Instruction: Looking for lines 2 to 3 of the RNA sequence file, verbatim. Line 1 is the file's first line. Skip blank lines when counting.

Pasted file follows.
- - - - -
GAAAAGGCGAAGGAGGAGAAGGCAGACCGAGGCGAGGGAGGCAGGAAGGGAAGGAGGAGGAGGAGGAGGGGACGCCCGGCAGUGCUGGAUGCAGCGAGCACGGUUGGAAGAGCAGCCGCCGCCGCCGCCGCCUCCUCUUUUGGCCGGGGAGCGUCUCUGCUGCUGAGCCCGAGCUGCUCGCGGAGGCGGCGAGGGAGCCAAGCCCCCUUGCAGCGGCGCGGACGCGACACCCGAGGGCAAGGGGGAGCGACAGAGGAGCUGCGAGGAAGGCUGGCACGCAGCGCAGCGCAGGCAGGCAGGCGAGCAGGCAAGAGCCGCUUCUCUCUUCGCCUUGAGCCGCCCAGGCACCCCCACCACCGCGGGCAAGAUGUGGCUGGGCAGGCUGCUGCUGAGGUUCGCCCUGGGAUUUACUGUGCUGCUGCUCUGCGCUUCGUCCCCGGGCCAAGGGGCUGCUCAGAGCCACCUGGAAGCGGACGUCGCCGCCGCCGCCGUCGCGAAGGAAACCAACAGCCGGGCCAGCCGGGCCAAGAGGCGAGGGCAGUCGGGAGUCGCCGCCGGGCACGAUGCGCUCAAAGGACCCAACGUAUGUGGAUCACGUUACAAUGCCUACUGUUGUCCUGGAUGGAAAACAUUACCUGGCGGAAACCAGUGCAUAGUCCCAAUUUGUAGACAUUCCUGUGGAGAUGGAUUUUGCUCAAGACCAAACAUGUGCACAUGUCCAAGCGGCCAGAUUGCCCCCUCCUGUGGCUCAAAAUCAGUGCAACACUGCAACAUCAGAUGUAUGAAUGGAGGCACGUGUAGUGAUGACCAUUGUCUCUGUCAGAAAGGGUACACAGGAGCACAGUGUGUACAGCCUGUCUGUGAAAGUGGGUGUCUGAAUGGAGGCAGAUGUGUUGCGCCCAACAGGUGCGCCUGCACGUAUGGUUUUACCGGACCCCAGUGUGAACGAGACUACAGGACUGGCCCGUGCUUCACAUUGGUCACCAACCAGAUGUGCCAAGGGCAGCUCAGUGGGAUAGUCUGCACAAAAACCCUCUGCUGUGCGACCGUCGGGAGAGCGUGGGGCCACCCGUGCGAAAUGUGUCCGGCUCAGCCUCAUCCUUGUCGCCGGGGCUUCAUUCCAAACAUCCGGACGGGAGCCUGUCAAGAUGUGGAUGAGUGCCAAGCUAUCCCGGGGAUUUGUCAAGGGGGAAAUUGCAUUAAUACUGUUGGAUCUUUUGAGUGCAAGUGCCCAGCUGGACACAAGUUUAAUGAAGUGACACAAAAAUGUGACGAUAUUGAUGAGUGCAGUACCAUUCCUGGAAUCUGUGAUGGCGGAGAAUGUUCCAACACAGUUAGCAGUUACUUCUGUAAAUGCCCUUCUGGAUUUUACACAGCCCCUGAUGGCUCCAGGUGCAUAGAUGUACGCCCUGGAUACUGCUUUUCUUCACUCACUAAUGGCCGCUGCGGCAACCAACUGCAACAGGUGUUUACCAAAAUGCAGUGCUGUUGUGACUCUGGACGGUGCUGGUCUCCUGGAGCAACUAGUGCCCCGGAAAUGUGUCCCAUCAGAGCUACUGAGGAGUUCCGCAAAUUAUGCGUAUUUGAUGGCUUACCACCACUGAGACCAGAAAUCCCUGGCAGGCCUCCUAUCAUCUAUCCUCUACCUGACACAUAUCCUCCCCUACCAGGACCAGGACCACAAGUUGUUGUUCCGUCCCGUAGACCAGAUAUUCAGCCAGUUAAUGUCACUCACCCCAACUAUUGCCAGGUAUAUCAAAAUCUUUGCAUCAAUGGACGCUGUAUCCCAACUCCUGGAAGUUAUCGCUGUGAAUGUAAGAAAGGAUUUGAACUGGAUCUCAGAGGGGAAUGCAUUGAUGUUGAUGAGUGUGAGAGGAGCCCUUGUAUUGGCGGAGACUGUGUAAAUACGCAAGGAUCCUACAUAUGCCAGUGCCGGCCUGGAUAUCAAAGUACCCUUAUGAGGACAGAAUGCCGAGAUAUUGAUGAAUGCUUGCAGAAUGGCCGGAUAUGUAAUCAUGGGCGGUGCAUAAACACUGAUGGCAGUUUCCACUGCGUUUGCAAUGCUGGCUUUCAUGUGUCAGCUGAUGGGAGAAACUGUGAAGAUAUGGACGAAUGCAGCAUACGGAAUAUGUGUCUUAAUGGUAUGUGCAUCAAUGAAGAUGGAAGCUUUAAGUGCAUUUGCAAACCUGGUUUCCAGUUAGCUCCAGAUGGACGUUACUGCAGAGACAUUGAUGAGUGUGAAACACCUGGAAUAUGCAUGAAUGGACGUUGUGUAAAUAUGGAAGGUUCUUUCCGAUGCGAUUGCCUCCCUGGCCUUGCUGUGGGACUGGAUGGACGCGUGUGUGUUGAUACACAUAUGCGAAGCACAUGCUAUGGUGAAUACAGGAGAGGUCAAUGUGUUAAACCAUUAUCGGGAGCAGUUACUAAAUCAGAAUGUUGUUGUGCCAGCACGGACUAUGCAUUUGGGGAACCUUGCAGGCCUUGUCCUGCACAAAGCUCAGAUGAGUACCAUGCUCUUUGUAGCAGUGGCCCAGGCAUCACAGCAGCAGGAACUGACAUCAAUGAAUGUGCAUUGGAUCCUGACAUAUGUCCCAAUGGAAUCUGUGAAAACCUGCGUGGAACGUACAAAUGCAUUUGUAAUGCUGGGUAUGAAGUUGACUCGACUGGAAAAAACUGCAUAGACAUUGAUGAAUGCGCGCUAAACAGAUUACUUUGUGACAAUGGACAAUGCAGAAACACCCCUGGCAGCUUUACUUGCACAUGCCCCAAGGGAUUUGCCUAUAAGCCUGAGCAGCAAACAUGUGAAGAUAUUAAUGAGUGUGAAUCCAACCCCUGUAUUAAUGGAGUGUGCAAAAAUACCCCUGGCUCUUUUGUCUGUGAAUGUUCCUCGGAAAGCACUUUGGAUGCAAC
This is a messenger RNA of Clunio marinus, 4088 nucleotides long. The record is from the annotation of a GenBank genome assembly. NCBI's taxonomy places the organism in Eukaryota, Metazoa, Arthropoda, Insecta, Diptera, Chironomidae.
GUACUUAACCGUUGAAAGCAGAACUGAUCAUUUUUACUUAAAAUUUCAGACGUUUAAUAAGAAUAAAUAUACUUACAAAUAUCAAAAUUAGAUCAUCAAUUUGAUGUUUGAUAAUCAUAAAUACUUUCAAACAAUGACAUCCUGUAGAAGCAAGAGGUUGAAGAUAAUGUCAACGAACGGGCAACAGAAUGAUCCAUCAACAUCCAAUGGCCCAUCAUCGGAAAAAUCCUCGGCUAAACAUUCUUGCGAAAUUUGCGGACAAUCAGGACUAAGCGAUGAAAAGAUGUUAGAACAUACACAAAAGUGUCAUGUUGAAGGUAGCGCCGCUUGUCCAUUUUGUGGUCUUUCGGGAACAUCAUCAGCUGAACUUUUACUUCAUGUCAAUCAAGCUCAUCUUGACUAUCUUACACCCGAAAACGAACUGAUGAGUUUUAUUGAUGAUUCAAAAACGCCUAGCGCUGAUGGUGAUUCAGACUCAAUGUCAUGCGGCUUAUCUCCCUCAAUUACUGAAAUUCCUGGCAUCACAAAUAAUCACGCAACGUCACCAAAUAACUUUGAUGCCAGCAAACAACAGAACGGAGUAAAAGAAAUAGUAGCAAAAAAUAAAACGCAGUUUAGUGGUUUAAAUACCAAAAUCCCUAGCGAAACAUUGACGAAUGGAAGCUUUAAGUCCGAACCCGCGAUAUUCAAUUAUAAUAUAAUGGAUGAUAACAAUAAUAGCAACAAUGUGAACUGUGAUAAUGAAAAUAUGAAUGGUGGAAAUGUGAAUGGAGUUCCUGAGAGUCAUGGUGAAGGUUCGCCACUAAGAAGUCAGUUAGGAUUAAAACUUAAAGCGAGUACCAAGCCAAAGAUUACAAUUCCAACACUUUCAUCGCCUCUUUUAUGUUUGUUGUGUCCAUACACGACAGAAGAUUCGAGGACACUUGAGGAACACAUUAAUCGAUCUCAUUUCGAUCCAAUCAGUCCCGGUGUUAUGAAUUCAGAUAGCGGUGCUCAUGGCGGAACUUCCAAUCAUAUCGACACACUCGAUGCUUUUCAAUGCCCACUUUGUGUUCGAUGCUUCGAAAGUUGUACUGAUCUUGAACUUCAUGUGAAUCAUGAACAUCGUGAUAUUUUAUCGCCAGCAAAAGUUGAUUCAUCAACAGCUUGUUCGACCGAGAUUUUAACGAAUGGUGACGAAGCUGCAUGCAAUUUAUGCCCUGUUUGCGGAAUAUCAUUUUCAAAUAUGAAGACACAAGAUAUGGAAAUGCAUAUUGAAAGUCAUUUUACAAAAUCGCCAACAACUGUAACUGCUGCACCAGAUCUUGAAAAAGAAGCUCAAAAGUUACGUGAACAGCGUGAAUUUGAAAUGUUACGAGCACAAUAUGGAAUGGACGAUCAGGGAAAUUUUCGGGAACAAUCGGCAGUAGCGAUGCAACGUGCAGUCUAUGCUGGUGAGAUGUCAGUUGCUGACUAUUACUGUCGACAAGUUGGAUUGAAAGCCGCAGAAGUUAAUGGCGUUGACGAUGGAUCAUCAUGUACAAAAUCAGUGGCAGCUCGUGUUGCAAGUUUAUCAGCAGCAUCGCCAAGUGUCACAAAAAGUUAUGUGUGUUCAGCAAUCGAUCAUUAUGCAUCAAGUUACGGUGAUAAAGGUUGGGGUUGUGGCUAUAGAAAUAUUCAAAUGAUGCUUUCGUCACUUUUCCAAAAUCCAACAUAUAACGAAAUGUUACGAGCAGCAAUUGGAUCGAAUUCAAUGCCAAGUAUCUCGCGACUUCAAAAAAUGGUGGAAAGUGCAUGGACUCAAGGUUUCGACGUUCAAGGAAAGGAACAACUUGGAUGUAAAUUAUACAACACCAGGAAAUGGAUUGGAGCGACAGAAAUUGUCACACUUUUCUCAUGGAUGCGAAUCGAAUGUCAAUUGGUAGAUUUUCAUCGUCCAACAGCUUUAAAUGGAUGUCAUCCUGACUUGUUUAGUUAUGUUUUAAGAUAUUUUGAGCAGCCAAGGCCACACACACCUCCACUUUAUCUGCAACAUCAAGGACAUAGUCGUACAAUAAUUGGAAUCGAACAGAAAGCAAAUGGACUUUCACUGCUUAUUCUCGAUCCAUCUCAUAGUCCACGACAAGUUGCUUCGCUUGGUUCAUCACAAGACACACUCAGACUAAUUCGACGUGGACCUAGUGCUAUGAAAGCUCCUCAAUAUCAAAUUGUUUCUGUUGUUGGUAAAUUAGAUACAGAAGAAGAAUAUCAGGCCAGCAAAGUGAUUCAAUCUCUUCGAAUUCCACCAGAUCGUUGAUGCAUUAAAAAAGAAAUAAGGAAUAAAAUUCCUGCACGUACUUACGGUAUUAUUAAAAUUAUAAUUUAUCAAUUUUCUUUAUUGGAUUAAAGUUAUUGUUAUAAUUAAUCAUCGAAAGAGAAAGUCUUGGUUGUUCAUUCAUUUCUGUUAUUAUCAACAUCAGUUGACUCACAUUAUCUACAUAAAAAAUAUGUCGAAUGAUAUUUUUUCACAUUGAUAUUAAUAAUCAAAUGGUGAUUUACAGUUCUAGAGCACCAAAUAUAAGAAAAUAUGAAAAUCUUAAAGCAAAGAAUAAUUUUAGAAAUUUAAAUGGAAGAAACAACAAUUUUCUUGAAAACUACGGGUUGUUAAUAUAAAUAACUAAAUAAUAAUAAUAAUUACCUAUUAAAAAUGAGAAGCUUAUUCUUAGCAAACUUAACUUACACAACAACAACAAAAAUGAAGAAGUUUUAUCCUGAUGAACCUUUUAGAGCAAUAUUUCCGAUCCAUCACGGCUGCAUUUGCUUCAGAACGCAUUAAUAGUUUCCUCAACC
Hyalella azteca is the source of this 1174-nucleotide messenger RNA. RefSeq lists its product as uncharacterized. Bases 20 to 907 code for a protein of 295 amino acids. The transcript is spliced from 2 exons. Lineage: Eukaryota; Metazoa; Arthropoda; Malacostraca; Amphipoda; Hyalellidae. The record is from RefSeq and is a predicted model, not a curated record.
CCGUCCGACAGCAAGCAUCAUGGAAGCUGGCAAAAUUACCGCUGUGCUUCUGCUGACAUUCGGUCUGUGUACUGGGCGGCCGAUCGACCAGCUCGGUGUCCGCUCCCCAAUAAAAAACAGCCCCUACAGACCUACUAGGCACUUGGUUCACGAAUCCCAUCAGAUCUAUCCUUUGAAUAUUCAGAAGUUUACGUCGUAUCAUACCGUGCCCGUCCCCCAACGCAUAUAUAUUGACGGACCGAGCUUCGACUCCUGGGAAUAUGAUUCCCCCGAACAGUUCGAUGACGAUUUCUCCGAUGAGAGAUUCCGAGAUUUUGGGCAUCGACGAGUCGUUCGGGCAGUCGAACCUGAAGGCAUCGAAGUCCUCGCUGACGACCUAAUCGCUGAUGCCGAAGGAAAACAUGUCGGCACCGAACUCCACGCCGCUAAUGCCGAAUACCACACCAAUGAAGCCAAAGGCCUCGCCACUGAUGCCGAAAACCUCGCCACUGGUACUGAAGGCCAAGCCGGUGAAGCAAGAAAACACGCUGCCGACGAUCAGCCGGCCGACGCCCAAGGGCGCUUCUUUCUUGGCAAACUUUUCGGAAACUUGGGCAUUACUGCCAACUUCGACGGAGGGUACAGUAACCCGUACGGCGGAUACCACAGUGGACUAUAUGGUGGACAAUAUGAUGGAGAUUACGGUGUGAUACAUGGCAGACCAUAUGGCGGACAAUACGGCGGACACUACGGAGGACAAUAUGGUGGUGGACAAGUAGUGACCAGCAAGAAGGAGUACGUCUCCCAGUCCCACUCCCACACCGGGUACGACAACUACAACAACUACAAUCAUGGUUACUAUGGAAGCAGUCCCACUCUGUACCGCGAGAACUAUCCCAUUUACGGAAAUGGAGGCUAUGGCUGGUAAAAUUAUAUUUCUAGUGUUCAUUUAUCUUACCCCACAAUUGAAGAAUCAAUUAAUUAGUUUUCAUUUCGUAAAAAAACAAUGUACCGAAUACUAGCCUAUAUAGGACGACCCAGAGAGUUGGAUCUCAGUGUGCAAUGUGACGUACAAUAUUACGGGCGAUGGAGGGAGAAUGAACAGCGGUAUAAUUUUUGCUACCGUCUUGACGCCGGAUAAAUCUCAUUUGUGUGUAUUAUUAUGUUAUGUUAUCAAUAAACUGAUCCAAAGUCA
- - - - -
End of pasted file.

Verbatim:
This is a messenger RNA of Clunio marinus, 4088 nucleotides long. The record is from the annotation of a GenBank genome assembly. NCBI's taxonomy places the organism in Eukaryota, Metazoa, Arthropoda, Insecta, Diptera, Chironomidae.
GUACUUAACCGUUGAAAGCAGAACUGAUCAUUUUUACUUAAAAUUUCAGACGUUUAAUAAGAAUAAAUAUACUUACAAAUAUCAAAAUUAGAUCAUCAAUUUGAUGUUUGAUAAUCAUAAAUACUUUCAAACAAUGACAUCCUGUAGAAGCAAGAGGUUGAAGAUAAUGUCAACGAACGGGCAACAGAAUGAUCCAUCAACAUCCAAUGGCCCAUCAUCGGAAAAAUCCUCGGCUAAACAUUCUUGCGAAAUUUGCGGACAAUCAGGACUAAGCGAUGAAAAGAUGUUAGAACAUACACAAAAGUGUCAUGUUGAAGGUAGCGCCGCUUGUCCAUUUUGUGGUCUUUCGGGAACAUCAUCAGCUGAACUUUUACUUCAUGUCAAUCAAGCUCAUCUUGACUAUCUUACACCCGAAAACGAACUGAUGAGUUUUAUUGAUGAUUCAAAAACGCCUAGCGCUGAUGGUGAUUCAGACUCAAUGUCAUGCGGCUUAUCUCCCUCAAUUACUGAAAUUCCUGGCAUCACAAAUAAUCACGCAACGUCACCAAAUAACUUUGAUGCCAGCAAACAACAGAACGGAGUAAAAGAAAUAGUAGCAAAAAAUAAAACGCAGUUUAGUGGUUUAAAUACCAAAAUCCCUAGCGAAACAUUGACGAAUGGAAGCUUUAAGUCCGAACCCGCGAUAUUCAAUUAUAAUAUAAUGGAUGAUAACAAUAAUAGCAACAAUGUGAACUGUGAUAAUGAAAAUAUGAAUGGUGGAAAUGUGAAUGGAGUUCCUGAGAGUCAUGGUGAAGGUUCGCCACUAAGAAGUCAGUUAGGAUUAAAACUUAAAGCGAGUACCAAGCCAAAGAUUACAAUUCCAACACUUUCAUCGCCUCUUUUAUGUUUGUUGUGUCCAUACACGACAGAAGAUUCGAGGACACUUGAGGAACACAUUAAUCGAUCUCAUUUCGAUCCAAUCAGUCCCGGUGUUAUGAAUUCAGAUAGCGGUGCUCAUGGCGGAACUUCCAAUCAUAUCGACACACUCGAUGCUUUUCAAUGCCCACUUUGUGUUCGAUGCUUCGAAAGUUGUACUGAUCUUGAACUUCAUGUGAAUCAUGAACAUCGUGAUAUUUUAUCGCCAGCAAAAGUUGAUUCAUCAACAGCUUGUUCGACCGAGAUUUUAACGAAUGGUGACGAAGCUGCAUGCAAUUUAUGCCCUGUUUGCGGAAUAUCAUUUUCAAAUAUGAAGACACAAGAUAUGGAAAUGCAUAUUGAAAGUCAUUUUACAAAAUCGCCAACAACUGUAACUGCUGCACCAGAUCUUGAAAAAGAAGCUCAAAAGUUACGUGAACAGCGUGAAUUUGAAAUGUUACGAGCACAAUAUGGAAUGGACGAUCAGGGAAAUUUUCGGGAACAAUCGGCAGUAGCGAUGCAACGUGCAGUCUAUGCUGGUGAGAUGUCAGUUGCUGACUAUUACUGUCGACAAGUUGGAUUGAAAGCCGCAGAAGUUAAUGGCGUUGACGAUGGAUCAUCAUGUACAAAAUCAGUGGCAGCUCGUGUUGCAAGUUUAUCAGCAGCAUCGCCAAGUGUCACAAAAAGUUAUGUGUGUUCAGCAAUCGAUCAUUAUGCAUCAAGUUACGGUGAUAAAGGUUGGGGUUGUGGCUAUAGAAAUAUUCAAAUGAUGCUUUCGUCACUUUUCCAAAAUCCAACAUAUAACGAAAUGUUACGAGCAGCAAUUGGAUCGAAUUCAAUGCCAAGUAUCUCGCGACUUCAAAAAAUGGUGGAAAGUGCAUGGACUCAAGGUUUCGACGUUCAAGGAAAGGAACAACUUGGAUGUAAAUUAUACAACACCAGGAAAUGGAUUGGAGCGACAGAAAUUGUCACACUUUUCUCAUGGAUGCGAAUCGAAUGUCAAUUGGUAGAUUUUCAUCGUCCAACAGCUUUAAAUGGAUGUCAUCCUGACUUGUUUAGUUAUGUUUUAAGAUAUUUUGAGCAGCCAAGGCCACACACACCUCCACUUUAUCUGCAACAUCAAGGACAUAGUCGUACAAUAAUUGGAAUCGAACAGAAAGCAAAUGGACUUUCACUGCUUAUUCUCGAUCCAUCUCAUAGUCCACGACAAGUUGCUUCGCUUGGUUCAUCACAAGACACACUCAGACUAAUUCGACGUGGACCUAGUGCUAUGAAAGCUCCUCAAUAUCAAAUUGUUUCUGUUGUUGGUAAAUUAGAUACAGAAGAAGAAUAUCAGGCCAGCAAAGUGAUUCAAUCUCUUCGAAUUCCACCAGAUCGUUGAUGCAUUAAAAAAGAAAUAAGGAAUAAAAUUCCUGCACGUACUUACGGUAUUAUUAAAAUUAUAAUUUAUCAAUUUUCUUUAUUGGAUUAAAGUUAUUGUUAUAAUUAAUCAUCGAAAGAGAAAGUCUUGGUUGUUCAUUCAUUUCUGUUAUUAUCAACAUCAGUUGACUCACAUUAUCUACAUAAAAAAUAUGUCGAAUGAUAUUUUUUCACAUUGAUAUUAAUAAUCAAAUGGUGAUUUACAGUUCUAGAGCACCAAAUAUAAGAAAAUAUGAAAAUCUUAAAGCAAAGAAUAAUUUUAGAAAUUUAAAUGGAAGAAACAACAAUUUUCUUGAAAACUACGGGUUGUUAAUAUAAAUAACUAAAUAAUAAUAAUAAUUACCUAUUAAAAAUGAGAAGCUUAUUCUUAGCAAACUUAACUUACACAACAACAACAAAAAUGAAGAAGUUUUAUCCUGAUGAACCUUUUAGAGCAAUAUUUCCGAUCCAUCACGGCUGCAUUUGCUUCAGAACGCAUUAAUAGUUUCCUCAACC